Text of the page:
Duct Tape and 5G – Could Huawei use old, unencumbered technology to build its own data centers? It is possible, but highly impractical.
Semis Musical Chairs – AMD for XLNX – AMD is now competing with Intel everywhere that matters, and every other major chip company has to worry about relying on FPGAs owned by a potential competitor.
What is happening to the supply chain? There are some significant bottlenecks in the electronics supply chain right now, with even some of the most overlooked components in shortage. Blame 2020, but also, call ALL your suppliers, just to double check.
AI accelerators are special purpose chips whose appeal is economic rather than technical. And it is now likely that China has more stand alone AI accelerator companies than the US has, or maybe ever will have.
Who benefits from Huawei’s predicament? – Foreign and domestics competitors win, foreign suppliers see little change, customers lose a supplier, but the biggest losers are China’s aspiring component vendors.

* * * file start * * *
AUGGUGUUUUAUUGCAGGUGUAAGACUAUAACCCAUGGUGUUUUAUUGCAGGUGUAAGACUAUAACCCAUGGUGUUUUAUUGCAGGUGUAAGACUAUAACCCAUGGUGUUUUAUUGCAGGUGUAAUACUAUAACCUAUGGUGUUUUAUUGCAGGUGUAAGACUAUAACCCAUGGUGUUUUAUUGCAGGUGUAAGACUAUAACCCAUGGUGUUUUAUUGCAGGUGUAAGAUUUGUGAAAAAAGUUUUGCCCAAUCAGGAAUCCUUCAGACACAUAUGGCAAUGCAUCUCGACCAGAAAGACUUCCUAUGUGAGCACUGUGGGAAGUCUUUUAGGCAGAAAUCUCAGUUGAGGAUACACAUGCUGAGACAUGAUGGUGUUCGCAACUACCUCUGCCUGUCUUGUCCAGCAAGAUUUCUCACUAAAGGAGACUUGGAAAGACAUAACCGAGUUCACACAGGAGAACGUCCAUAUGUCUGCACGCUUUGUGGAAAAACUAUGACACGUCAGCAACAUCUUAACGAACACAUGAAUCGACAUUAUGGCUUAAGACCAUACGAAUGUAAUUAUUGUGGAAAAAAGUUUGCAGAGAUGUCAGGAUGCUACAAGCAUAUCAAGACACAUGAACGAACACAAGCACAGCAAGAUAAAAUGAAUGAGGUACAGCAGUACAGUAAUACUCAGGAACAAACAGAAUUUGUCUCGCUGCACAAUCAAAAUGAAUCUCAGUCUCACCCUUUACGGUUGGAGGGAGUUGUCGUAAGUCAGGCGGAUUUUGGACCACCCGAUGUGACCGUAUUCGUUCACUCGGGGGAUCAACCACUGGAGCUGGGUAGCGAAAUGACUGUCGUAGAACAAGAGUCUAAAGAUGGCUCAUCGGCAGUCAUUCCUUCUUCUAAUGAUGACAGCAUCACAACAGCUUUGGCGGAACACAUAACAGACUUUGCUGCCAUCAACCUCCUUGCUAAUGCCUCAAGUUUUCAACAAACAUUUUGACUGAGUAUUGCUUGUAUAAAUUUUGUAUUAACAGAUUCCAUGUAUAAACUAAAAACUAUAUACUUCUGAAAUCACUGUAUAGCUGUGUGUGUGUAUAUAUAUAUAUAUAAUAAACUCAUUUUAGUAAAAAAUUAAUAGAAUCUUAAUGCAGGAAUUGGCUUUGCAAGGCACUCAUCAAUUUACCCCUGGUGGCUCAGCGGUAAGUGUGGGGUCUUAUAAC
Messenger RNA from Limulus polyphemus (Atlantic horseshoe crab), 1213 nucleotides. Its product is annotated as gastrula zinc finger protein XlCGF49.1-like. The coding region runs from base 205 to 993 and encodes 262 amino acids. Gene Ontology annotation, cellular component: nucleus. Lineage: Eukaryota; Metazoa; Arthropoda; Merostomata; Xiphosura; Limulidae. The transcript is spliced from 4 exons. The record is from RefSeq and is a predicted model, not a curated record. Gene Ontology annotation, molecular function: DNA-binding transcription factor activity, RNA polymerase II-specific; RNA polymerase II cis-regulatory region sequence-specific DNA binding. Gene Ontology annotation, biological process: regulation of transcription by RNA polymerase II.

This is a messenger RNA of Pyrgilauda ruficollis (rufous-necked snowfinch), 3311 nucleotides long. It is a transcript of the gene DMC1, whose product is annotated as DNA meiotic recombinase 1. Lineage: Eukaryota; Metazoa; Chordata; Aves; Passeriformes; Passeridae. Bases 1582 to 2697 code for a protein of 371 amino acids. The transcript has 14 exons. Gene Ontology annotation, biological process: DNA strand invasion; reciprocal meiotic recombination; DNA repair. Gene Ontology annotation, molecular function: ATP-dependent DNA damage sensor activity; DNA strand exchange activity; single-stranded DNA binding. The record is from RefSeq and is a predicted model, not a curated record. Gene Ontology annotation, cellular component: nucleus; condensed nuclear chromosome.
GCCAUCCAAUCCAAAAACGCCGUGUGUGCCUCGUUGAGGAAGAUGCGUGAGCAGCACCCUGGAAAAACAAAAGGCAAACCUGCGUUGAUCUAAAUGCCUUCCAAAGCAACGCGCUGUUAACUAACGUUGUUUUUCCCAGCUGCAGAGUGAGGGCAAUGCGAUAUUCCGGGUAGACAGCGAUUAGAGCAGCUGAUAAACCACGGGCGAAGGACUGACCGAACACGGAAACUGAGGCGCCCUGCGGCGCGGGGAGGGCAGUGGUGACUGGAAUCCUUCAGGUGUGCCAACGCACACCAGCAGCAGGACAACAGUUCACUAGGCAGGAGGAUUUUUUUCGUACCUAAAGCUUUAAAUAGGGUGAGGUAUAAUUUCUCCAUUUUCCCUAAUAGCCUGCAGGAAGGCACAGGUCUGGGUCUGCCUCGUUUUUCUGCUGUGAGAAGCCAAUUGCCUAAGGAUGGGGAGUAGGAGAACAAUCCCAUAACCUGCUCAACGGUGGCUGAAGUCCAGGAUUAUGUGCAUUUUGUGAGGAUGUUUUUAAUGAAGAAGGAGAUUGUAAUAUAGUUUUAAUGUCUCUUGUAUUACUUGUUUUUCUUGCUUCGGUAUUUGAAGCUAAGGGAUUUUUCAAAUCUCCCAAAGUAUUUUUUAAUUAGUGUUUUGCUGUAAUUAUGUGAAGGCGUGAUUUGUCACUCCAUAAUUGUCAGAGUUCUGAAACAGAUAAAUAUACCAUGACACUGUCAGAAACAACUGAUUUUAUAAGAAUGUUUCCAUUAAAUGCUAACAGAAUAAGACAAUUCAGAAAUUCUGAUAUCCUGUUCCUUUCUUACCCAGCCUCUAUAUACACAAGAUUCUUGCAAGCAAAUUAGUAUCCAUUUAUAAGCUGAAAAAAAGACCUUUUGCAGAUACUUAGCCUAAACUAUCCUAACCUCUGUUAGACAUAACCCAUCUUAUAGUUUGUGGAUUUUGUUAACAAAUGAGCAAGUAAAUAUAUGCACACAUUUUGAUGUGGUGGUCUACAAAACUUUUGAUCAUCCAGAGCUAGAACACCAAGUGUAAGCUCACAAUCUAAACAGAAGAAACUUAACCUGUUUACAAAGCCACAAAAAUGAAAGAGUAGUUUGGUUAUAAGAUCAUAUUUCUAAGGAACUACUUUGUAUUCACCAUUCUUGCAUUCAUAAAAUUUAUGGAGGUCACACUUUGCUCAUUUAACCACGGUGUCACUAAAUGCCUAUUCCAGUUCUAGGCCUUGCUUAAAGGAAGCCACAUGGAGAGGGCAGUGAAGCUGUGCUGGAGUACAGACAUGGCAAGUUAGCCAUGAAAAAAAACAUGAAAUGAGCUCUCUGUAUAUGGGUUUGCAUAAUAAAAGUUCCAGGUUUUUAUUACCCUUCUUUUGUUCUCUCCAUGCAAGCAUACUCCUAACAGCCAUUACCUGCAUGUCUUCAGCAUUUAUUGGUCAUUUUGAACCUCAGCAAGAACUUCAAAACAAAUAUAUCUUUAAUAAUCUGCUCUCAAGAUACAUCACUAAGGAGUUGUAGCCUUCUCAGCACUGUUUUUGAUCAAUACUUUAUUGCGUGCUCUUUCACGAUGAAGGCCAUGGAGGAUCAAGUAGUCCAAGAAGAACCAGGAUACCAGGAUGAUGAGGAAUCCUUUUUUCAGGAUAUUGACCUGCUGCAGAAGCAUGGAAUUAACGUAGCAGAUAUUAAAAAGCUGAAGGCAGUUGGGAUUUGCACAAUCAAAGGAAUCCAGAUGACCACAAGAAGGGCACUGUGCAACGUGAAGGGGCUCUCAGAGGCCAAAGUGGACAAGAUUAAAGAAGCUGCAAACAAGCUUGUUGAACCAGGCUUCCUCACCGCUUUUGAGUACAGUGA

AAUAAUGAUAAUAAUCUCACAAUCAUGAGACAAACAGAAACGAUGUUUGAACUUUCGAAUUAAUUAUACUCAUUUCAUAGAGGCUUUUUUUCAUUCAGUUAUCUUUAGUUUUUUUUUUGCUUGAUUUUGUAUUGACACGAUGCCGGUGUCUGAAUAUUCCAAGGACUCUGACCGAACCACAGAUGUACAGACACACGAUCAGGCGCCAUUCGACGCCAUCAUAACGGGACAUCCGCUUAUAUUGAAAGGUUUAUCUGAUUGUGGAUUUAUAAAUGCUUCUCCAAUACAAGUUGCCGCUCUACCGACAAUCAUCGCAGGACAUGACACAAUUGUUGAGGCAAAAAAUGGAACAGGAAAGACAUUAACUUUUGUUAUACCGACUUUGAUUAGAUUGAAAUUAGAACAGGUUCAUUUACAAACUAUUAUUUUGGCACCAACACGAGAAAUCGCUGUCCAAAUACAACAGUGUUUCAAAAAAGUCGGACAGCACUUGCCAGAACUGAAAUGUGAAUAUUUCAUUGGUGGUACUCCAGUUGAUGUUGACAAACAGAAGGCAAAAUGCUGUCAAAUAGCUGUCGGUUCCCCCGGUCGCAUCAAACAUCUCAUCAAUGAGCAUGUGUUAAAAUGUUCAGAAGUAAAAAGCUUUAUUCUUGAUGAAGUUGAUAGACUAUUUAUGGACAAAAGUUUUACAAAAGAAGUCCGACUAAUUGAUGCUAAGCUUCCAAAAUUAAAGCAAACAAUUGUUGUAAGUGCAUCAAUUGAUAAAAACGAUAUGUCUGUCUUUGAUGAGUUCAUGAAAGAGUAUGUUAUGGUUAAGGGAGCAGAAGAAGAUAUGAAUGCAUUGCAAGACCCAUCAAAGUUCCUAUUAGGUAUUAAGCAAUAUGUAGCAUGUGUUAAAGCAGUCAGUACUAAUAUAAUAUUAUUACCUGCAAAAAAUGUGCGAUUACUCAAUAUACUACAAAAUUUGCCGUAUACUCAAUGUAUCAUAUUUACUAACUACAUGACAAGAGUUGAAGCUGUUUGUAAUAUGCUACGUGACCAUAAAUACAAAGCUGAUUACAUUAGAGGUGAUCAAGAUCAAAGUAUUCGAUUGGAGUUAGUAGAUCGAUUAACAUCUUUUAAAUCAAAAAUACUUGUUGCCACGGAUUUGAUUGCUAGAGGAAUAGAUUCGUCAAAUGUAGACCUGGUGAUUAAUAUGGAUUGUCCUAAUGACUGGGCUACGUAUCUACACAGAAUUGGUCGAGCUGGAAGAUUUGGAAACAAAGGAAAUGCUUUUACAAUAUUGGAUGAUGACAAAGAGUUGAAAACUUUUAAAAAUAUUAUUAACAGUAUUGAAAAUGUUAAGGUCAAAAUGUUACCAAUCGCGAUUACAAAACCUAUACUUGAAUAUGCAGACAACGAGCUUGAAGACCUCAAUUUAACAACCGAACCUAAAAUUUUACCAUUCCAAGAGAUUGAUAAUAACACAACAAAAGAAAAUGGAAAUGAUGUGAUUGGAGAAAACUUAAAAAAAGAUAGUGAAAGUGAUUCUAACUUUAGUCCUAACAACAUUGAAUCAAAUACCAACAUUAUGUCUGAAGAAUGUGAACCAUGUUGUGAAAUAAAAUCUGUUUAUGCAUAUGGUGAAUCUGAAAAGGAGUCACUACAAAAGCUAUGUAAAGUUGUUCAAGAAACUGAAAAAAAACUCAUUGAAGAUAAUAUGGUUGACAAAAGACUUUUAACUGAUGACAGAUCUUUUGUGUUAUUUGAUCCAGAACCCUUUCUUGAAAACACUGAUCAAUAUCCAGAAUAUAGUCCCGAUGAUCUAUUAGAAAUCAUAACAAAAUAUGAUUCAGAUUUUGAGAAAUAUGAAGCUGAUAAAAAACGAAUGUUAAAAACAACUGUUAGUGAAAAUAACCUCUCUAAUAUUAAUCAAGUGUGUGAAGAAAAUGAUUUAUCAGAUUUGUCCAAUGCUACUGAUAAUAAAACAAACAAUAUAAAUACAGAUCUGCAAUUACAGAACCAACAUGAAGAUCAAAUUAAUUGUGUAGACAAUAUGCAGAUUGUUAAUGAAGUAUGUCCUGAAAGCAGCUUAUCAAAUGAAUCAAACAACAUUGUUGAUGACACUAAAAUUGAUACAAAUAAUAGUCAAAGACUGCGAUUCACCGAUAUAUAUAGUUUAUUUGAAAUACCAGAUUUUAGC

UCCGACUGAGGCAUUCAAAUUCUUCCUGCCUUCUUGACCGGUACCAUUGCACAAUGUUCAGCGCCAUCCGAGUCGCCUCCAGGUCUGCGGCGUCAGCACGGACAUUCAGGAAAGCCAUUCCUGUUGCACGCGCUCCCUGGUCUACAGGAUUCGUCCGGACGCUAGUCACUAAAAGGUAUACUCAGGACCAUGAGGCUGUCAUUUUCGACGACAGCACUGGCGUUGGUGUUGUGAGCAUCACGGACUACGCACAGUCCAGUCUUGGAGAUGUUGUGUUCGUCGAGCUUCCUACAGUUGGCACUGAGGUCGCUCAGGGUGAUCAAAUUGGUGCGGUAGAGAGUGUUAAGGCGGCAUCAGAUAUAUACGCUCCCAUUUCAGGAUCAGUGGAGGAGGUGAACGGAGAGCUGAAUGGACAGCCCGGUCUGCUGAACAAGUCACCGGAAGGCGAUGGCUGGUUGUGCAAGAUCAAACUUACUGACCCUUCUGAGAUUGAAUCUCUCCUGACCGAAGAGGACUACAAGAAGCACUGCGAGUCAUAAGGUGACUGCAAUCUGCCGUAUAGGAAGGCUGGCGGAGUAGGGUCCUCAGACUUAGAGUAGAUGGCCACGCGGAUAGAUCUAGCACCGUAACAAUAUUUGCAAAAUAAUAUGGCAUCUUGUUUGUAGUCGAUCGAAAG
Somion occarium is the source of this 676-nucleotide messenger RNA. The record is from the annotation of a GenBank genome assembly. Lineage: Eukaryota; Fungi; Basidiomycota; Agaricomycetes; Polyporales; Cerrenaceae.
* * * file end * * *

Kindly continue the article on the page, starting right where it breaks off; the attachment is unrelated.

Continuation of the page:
What will happen to Huawei? Huawei now has very few options, and no good ones, for obtaining most of its key components.
Trouble at Intel – Intel’s delay of 7nm chips is a near-term financial problem, a boon to its data center competitor, a geopolitical problem and not least a major identity crisis for the company.
5G and the Bandit – The CBRS auction could be the start of a new chapter in wireless networking. We are watching to see if the cable MSOs and the Internet giants, or other new entrants, emerge as winners of some of that spectrum.
Edge Computing could be a sizable market for some companies. However, it does not need fancy new technologies or hardware so much as it needs solutions tailored to specific use cases and industries.
Intel Follow-Up – Data Centers are no longer the Intel stronghold they once were. AMD has gained share, the big customers are designing their own chips, and suddenly owning the CPU is no longer the strategic high ground it once was.